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CHAPTER XI. AN ADVOCATE'S VIEWS ON JUDGES AND PROSECUTORS.
Nekhludoff was admitted by the advocate before his turn. The advocate at once commenced to talk about the Menshoffs' case, which he had read with indignation at the inconsistency of the accusation.
"This case is perfectly revolting," he said; "it is very likely that the owner himself set fire to the building in order to get the insurance money, and the chief thing is that there is no evidence to prove the Menshoffs' guilt. There are no proofs whatever. It is all owing to the special zeal of the examining magistrate and the carelessness of the prosecutor. If they are tried here, and not in a provincial court, I guarantee that they will be acquitted, and I shall charge nothing. Now then, the next case, that of Theodosia Birukoff. The appeal to the Emperor is written. If you go to Petersburg, you'd better take it with you, and hand it in yourself, with a request of your own, or else they will only make a few inquiries, and nothing will come of it. You must try and get at some of the influential members of the Appeal Committee."
"Well, is this all?"
"No; here I have a letter . . . I see you have turned into a pipe - a spout through which all the complaints of the prison are poured," said the advocate, with a smile. "It is too much; you'll not be able to manage it."
"No, but this is a striking case," said Nekhludoff, and gave a brief outline of the case of a peasant who began to read the Gospels to the peasants in the village, and to discuss them with his friends. The priests regarded this as a crime and informed the authorities. The magistrate examined him and the public prosecutor drew up an act of indictment, and the law courts committed him for trial.
"This is really too terrible," Nekhludoff said. "Can it be true?"
"What are you surprised at?"
"Why, everything. I can understand the police-officer, who simply obeys orders, but the prosecutor drawing up an act of that kind. An educated man . . ."
"That is where the mistake lies, that we are in the habit of considering that the prosecutors and the judges in general are some kind of liberal persons. There was a time when they were such, but now it is quite different. They are just officials, only troubled about pay-day. They receive their salaries and want them increased, and there their principles end. They will accuse, judge, and sentence any one you like."
"Yes; but do laws really exist that can condemn a man to Siberia for reading the Bible with his friends?"
"Not only to be exiled to the less remote parts of Siberia, but even to the mines, if you can only prove that reading the Bible they took the liberty of explaining it to others not according to orders, and in this way condemned the explanations given by the Church. Blaming the Greek orthodox religion in the presence of the common people means, according to Statute . . . the mines."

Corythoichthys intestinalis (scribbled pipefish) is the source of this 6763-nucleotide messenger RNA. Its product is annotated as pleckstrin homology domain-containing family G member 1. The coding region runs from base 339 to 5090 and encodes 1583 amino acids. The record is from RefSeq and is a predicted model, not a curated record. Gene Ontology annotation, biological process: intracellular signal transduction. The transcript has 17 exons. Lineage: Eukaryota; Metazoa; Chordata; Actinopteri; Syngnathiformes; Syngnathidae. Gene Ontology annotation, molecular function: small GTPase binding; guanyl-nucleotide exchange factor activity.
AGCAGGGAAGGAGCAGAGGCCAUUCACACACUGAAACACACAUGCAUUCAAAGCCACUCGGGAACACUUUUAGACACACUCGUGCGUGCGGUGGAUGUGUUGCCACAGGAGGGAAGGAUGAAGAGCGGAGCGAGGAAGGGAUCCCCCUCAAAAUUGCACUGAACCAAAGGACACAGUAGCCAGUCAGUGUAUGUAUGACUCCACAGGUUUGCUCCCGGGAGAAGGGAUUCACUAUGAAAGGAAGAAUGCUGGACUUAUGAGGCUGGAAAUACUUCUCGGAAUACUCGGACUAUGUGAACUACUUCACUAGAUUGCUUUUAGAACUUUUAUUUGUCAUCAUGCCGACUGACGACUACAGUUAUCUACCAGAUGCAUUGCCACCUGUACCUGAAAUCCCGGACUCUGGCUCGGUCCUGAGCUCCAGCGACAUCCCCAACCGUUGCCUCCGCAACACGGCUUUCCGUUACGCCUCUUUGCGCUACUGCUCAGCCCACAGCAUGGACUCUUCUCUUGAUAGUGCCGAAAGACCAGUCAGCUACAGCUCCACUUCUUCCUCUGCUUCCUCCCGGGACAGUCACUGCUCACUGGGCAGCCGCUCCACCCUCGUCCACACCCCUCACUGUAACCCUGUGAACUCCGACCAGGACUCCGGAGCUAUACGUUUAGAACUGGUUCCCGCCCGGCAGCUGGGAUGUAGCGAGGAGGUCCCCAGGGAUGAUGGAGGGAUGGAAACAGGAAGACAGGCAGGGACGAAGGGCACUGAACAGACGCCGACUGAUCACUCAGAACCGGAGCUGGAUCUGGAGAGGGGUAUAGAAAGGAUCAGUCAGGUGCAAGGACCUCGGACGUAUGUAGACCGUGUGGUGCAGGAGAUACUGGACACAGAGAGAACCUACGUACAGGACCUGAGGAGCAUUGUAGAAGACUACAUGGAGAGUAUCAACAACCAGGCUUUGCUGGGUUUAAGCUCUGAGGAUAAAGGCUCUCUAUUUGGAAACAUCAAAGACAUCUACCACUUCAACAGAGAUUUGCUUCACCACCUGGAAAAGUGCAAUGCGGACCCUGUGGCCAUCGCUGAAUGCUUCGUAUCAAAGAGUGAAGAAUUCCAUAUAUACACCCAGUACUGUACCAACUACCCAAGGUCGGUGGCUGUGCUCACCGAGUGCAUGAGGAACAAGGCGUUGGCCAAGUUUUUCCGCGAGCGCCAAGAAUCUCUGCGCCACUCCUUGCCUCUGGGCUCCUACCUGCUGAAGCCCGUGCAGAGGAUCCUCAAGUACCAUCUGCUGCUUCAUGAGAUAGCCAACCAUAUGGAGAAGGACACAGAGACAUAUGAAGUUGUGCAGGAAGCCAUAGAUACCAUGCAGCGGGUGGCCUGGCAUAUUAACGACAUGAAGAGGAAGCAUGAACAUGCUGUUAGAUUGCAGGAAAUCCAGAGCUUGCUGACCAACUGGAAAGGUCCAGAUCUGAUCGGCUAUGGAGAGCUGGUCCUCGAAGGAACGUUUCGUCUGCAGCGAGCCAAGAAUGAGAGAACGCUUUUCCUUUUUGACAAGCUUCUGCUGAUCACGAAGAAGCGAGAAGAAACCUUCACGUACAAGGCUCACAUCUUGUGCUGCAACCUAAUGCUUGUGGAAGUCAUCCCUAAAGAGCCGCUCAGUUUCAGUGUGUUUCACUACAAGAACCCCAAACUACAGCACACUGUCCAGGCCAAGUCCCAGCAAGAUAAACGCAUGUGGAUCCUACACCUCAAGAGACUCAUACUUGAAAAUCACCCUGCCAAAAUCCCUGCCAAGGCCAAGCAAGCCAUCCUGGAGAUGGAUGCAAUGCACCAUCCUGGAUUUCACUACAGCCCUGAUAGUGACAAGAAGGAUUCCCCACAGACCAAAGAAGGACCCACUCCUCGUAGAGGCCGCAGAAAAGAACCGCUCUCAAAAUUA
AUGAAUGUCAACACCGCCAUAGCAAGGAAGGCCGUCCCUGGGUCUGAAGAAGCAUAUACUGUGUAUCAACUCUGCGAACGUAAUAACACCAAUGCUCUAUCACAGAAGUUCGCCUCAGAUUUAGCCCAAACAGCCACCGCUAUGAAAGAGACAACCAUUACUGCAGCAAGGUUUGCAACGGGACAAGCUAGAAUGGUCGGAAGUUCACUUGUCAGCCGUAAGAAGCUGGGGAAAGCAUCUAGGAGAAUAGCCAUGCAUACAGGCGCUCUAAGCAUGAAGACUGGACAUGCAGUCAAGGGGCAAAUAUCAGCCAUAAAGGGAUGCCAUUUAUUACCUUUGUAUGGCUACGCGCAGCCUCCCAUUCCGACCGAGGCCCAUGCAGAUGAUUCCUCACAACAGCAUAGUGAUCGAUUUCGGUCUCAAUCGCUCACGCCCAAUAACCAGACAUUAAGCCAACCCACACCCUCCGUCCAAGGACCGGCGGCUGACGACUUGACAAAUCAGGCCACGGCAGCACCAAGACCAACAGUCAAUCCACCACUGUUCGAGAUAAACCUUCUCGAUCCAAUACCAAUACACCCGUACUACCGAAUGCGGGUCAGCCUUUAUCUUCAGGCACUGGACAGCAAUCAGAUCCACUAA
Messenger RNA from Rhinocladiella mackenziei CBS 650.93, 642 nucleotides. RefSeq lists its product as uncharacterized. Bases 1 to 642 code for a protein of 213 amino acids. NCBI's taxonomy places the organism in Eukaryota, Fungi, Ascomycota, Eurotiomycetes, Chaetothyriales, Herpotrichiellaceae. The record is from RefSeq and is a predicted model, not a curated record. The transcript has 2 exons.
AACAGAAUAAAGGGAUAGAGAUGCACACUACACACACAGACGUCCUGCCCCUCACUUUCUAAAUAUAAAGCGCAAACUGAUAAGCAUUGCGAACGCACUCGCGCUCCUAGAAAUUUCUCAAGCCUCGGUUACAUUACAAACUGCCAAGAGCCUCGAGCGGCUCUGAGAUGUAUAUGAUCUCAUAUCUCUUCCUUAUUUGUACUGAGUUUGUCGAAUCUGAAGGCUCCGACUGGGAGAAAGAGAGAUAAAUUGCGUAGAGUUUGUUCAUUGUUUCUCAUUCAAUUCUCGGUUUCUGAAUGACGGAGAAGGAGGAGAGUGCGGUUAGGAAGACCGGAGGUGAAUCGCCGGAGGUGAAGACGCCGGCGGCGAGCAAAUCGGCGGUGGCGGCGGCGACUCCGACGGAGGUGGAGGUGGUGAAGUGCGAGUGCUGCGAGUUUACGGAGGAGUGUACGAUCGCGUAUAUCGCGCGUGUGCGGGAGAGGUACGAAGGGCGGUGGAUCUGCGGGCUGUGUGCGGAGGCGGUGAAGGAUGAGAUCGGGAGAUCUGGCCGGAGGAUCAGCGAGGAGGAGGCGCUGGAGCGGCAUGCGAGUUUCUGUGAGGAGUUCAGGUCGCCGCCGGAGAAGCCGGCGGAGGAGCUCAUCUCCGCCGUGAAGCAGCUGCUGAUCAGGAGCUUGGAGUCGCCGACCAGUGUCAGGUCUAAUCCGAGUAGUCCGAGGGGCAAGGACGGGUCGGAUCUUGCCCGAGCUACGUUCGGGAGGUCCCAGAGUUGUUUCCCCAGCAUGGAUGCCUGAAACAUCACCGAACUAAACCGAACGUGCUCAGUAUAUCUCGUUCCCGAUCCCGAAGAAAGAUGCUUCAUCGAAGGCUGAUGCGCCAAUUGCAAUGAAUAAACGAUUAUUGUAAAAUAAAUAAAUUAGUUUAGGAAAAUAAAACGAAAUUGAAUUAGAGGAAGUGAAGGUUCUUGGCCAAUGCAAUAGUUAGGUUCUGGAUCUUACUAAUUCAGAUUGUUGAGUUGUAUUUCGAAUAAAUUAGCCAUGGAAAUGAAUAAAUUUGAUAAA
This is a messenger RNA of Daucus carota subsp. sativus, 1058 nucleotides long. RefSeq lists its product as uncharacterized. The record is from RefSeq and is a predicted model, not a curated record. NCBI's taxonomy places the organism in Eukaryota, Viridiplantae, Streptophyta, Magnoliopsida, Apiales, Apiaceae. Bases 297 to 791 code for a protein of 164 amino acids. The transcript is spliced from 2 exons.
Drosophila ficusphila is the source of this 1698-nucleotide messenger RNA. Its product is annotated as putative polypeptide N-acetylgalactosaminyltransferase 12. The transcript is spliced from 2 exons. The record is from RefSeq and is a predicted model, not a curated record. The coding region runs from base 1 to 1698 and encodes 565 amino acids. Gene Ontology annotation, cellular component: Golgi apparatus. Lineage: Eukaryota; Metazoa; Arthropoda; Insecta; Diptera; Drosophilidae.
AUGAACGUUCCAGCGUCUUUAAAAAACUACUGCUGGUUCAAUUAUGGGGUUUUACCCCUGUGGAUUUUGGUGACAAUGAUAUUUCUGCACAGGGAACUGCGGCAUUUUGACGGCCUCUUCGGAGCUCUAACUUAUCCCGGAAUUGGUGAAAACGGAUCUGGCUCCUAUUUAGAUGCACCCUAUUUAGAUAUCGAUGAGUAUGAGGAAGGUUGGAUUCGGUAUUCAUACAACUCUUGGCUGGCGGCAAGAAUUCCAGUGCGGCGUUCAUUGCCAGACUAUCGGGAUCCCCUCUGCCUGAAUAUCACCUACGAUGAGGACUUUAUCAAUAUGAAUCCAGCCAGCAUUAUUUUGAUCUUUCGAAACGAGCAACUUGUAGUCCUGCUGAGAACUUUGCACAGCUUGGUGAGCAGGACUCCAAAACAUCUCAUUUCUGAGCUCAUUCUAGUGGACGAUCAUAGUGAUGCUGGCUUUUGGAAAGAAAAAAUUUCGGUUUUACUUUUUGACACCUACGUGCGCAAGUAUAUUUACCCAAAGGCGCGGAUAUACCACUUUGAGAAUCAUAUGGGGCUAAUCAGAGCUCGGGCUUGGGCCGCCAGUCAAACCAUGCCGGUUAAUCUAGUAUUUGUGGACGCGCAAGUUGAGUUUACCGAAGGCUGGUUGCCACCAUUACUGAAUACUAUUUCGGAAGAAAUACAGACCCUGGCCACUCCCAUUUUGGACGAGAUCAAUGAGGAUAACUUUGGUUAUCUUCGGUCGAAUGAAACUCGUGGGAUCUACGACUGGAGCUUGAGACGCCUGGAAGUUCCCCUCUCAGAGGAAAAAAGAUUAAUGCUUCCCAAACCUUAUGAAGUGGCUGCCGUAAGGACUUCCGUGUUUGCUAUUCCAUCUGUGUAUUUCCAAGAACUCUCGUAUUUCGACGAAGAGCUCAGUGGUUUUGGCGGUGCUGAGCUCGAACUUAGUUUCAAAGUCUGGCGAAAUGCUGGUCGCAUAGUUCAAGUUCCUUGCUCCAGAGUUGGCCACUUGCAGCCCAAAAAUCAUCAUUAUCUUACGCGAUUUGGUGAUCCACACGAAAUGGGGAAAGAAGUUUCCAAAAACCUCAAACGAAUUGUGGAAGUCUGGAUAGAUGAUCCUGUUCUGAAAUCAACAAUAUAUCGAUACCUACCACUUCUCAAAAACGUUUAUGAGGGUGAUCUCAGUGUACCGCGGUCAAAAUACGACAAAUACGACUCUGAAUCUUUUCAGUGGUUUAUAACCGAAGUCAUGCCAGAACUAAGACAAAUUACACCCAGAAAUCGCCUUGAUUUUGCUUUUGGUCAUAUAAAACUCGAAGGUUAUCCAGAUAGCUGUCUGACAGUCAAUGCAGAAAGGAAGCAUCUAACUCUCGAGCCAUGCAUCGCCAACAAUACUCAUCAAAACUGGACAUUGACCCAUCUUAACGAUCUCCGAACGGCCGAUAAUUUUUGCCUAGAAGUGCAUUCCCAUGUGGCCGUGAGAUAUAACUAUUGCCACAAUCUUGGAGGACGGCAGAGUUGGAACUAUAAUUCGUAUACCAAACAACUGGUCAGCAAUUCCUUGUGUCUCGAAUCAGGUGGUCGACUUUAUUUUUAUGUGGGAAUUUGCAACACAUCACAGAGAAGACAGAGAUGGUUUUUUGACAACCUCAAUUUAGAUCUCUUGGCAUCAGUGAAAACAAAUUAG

"I assure you it is so. I always tell these gentlemen, the judges," the advocate continued, "that I cannot look at them without gratitude, because if I am not in prison, and you, and all of us, it is only owing to their kindness. To deprive us of our privileges, and send us all to the less remote parts of Siberia, would be an easy thing for them."
"Well, if it is so, and if everything depends on the Procureur and others who can, at will, either enforce the laws or not, what are the trials for?"
The advocate burst into a merry laugh. "You do put strange questions. My dear sir, that is philosophy. Well, we might have a talk about that, too. Could you come on Saturday? You will meet men of science, literary men, and artists at my house, and then we might discuss these general questions," said the advocate, pronouncing the words "general questions" with ironical pathos. "You have met my wife? Do come."
"Thank you; I will try to," said Nekhludoff, and felt that he was saying an untruth, and knew that if he tried to do anything it would be to keep away froth the advocate's literary evening, and the circle of the men of science, art, and literature.
The laugh with which the advocate met Nekhludoff's remark that trials could have no meaning if the judges might enforce the laws or not, according to their notion, and the tone with which he pronounced the words "philosophy" and "general questions" proved to Nekhludoff how very differently he and the advocate and, probably, the advocate's friends, looked at things; and he felt that in spite of the distance that now existed between himself and his former companions, Schonbock, etc., the difference between himself and the circle of the advocate and his friends was still greater.
Turn to the next chapter: CHAPTER XII. WHY THE PEASANTS FLOCK TO TOWN.